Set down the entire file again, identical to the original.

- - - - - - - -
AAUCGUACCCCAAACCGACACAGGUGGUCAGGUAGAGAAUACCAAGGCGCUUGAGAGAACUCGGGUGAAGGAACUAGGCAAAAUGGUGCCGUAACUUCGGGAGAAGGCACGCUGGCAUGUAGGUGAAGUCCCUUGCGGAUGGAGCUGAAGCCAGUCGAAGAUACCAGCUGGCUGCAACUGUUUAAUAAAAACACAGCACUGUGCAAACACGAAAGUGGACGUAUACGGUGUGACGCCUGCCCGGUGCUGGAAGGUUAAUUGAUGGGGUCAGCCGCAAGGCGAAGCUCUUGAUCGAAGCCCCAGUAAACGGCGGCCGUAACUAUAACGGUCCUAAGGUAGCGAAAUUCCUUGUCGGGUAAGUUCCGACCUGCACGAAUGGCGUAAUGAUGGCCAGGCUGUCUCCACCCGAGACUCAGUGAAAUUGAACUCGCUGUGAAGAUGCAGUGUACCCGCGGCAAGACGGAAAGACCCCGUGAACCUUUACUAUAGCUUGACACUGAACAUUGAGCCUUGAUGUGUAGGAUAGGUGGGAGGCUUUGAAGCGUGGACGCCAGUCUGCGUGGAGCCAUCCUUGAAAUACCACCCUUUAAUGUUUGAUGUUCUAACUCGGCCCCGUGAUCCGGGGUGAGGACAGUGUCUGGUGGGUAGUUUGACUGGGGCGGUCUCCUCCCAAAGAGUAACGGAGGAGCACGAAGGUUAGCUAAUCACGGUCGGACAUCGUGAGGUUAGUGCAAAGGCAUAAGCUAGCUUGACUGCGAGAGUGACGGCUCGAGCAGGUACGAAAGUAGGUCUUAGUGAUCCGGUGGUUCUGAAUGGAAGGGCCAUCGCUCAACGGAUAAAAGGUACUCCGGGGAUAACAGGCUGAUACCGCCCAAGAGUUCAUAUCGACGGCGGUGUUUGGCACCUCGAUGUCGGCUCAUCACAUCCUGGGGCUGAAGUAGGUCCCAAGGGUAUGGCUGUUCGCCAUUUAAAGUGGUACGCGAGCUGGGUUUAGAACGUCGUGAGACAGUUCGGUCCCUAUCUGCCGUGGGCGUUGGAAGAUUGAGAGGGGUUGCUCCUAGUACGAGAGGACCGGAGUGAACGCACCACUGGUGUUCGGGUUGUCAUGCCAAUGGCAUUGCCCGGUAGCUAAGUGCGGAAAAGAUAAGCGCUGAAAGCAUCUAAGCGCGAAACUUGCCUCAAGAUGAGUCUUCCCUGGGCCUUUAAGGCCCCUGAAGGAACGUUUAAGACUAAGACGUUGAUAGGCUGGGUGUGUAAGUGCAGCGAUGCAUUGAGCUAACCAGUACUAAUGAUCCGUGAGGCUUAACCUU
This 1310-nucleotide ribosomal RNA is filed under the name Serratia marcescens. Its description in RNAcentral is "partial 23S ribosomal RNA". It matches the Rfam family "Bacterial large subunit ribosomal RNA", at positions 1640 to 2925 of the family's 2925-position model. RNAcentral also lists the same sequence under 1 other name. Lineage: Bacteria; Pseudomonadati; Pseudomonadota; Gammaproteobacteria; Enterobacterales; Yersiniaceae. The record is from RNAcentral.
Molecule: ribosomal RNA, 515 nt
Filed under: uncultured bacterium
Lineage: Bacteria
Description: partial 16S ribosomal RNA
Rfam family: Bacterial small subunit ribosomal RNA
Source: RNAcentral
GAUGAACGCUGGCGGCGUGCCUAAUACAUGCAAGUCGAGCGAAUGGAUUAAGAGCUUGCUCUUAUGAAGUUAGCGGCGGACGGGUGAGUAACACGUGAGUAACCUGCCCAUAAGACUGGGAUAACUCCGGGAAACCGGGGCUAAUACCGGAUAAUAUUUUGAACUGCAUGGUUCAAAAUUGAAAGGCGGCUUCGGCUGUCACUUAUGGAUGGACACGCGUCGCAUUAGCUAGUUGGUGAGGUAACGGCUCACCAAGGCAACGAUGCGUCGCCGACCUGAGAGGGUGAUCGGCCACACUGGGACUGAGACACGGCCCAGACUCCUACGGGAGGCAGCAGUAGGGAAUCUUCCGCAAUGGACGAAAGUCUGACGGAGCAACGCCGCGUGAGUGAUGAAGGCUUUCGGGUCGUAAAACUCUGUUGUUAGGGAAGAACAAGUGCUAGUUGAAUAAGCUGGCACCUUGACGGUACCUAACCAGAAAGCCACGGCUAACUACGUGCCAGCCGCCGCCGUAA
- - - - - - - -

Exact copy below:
AAUCGUACCCCAAACCGACACAGGUGGUCAGGUAGAGAAUACCAAGGCGCUUGAGAGAACUCGGGUGAAGGAACUAGGCAAAAUGGUGCCGUAACUUCGGGAGAAGGCACGCUGGCAUGUAGGUGAAGUCCCUUGCGGAUGGAGCUGAAGCCAGUCGAAGAUACCAGCUGGCUGCAACUGUUUAAUAAAAACACAGCACUGUGCAAACACGAAAGUGGACGUAUACGGUGUGACGCCUGCCCGGUGCUGGAAGGUUAAUUGAUGGGGUCAGCCGCAAGGCGAAGCUCUUGAUCGAAGCCCCAGUAAACGGCGGCCGUAACUAUAACGGUCCUAAGGUAGCGAAAUUCCUUGUCGGGUAAGUUCCGACCUGCACGAAUGGCGUAAUGAUGGCCAGGCUGUCUCCACCCGAGACUCAGUGAAAUUGAACUCGCUGUGAAGAUGCAGUGUACCCGCGGCAAGACGGAAAGACCCCGUGAACCUUUACUAUAGCUUGACACUGAACAUUGAGCCUUGAUGUGUAGGAUAGGUGGGAGGCUUUGAAGCGUGGACGCCAGUCUGCGUGGAGCCAUCCUUGAAAUACCACCCUUUAAUGUUUGAUGUUCUAACUCGGCCCCGUGAUCCGGGGUGAGGACAGUGUCUGGUGGGUAGUUUGACUGGGGCGGUCUCCUCCCAAAGAGUAACGGAGGAGCACGAAGGUUAGCUAAUCACGGUCGGACAUCGUGAGGUUAGUGCAAAGGCAUAAGCUAGCUUGACUGCGAGAGUGACGGCUCGAGCAGGUACGAAAGUAGGUCUUAGUGAUCCGGUGGUUCUGAAUGGAAGGGCCAUCGCUCAACGGAUAAAAGGUACUCCGGGGAUAACAGGCUGAUACCGCCCAAGAGUUCAUAUCGACGGCGGUGUUUGGCACCUCGAUGUCGGCUCAUCACAUCCUGGGGCUGAAGUAGGUCCCAAGGGUAUGGCUGUUCGCCAUUUAAAGUGGUACGCGAGCUGGGUUUAGAACGUCGUGAGACAGUUCGGUCCCUAUCUGCCGUGGGCGUUGGAAGAUUGAGAGGGGUUGCUCCUAGUACGAGAGGACCGGAGUGAACGCACCACUGGUGUUCGGGUUGUCAUGCCAAUGGCAUUGCCCGGUAGCUAAGUGCGGAAAAGAUAAGCGCUGAAAGCAUCUAAGCGCGAAACUUGCCUCAAGAUGAGUCUUCCCUGGGCCUUUAAGGCCCCUGAAGGAACGUUUAAGACUAAGACGUUGAUAGGCUGGGUGUGUAAGUGCAGCGAUGCAUUGAGCUAACCAGUACUAAUGAUCCGUGAGGCUUAACCUU
This 1310-nucleotide ribosomal RNA is filed under the name Serratia marcescens. Its description in RNAcentral is "partial 23S ribosomal RNA". It matches the Rfam family "Bacterial large subunit ribosomal RNA", at positions 1640 to 2925 of the family's 2925-position model. RNAcentral also lists the same sequence under 1 other name. Lineage: Bacteria; Pseudomonadati; Pseudomonadota; Gammaproteobacteria; Enterobacterales; Yersiniaceae. The record is from RNAcentral.
Molecule: ribosomal RNA, 515 nt
Filed under: uncultured bacterium
Lineage: Bacteria
Description: partial 16S ribosomal RNA
Rfam family: Bacterial small subunit ribosomal RNA
Source: RNAcentral
GAUGAACGCUGGCGGCGUGCCUAAUACAUGCAAGUCGAGCGAAUGGAUUAAGAGCUUGCUCUUAUGAAGUUAGCGGCGGACGGGUGAGUAACACGUGAGUAACCUGCCCAUAAGACUGGGAUAACUCCGGGAAACCGGGGCUAAUACCGGAUAAUAUUUUGAACUGCAUGGUUCAAAAUUGAAAGGCGGCUUCGGCUGUCACUUAUGGAUGGACACGCGUCGCAUUAGCUAGUUGGUGAGGUAACGGCUCACCAAGGCAACGAUGCGUCGCCGACCUGAGAGGGUGAUCGGCCACACUGGGACUGAGACACGGCCCAGACUCCUACGGGAGGCAGCAGUAGGGAAUCUUCCGCAAUGGACGAAAGUCUGACGGAGCAACGCCGCGUGAGUGAUGAAGGCUUUCGGGUCGUAAAACUCUGUUGUUAGGGAAGAACAAGUGCUAGUUGAAUAAGCUGGCACCUUGACGGUACCUAACCAGAAAGCCACGGCUAACUACGUGCCAGCCGCCGCCGUAA